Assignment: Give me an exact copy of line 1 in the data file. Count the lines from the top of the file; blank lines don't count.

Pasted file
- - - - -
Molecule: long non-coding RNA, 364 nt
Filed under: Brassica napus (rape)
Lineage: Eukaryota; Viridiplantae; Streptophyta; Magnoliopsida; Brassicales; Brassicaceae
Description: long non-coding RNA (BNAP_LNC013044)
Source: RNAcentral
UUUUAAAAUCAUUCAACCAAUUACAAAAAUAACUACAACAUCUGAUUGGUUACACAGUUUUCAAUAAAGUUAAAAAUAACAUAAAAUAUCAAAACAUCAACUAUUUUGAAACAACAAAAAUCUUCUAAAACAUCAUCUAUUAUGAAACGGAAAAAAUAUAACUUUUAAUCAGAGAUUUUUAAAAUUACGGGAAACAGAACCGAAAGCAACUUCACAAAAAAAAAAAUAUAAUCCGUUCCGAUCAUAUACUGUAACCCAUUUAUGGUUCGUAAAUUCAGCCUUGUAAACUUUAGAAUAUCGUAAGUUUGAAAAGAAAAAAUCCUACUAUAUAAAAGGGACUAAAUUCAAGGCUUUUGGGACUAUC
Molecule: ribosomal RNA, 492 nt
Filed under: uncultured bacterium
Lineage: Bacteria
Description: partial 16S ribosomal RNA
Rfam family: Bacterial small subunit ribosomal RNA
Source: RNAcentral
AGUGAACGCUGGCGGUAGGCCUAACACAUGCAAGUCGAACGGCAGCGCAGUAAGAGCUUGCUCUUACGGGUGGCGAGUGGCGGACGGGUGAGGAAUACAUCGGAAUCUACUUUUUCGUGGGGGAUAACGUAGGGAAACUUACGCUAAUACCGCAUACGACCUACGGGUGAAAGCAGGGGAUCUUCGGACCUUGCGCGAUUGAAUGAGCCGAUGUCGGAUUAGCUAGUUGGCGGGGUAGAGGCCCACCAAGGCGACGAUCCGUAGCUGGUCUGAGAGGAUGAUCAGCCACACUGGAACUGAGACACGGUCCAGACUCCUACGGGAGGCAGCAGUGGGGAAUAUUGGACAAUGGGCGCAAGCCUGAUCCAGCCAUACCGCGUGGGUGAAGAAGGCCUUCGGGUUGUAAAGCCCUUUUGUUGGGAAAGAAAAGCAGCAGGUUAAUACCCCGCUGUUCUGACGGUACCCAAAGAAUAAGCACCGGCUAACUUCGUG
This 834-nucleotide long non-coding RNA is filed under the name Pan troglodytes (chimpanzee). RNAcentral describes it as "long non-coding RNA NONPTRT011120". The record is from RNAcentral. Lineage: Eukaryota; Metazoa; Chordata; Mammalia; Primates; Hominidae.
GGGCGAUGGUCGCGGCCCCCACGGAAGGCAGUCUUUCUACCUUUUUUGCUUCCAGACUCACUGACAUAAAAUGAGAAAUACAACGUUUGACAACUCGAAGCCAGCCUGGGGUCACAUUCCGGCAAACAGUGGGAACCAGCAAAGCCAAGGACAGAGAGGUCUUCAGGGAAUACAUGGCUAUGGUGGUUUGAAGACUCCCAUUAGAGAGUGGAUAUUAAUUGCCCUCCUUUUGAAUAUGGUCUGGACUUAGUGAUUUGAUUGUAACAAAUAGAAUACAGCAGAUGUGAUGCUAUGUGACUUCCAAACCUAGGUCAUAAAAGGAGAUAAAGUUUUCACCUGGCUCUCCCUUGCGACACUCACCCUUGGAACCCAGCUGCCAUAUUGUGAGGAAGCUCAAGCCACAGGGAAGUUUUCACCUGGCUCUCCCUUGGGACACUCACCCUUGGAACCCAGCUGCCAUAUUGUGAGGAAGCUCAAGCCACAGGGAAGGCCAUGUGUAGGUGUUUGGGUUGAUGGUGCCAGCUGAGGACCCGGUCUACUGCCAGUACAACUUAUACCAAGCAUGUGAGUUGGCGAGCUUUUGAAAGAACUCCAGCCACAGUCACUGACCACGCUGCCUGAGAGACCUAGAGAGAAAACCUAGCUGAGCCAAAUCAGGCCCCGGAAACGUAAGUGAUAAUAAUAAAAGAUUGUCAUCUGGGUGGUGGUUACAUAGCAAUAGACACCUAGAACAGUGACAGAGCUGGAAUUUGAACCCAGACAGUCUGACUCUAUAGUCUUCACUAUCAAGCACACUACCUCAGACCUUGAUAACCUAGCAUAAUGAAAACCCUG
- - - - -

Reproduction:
Molecule: long non-coding RNA, 364 nt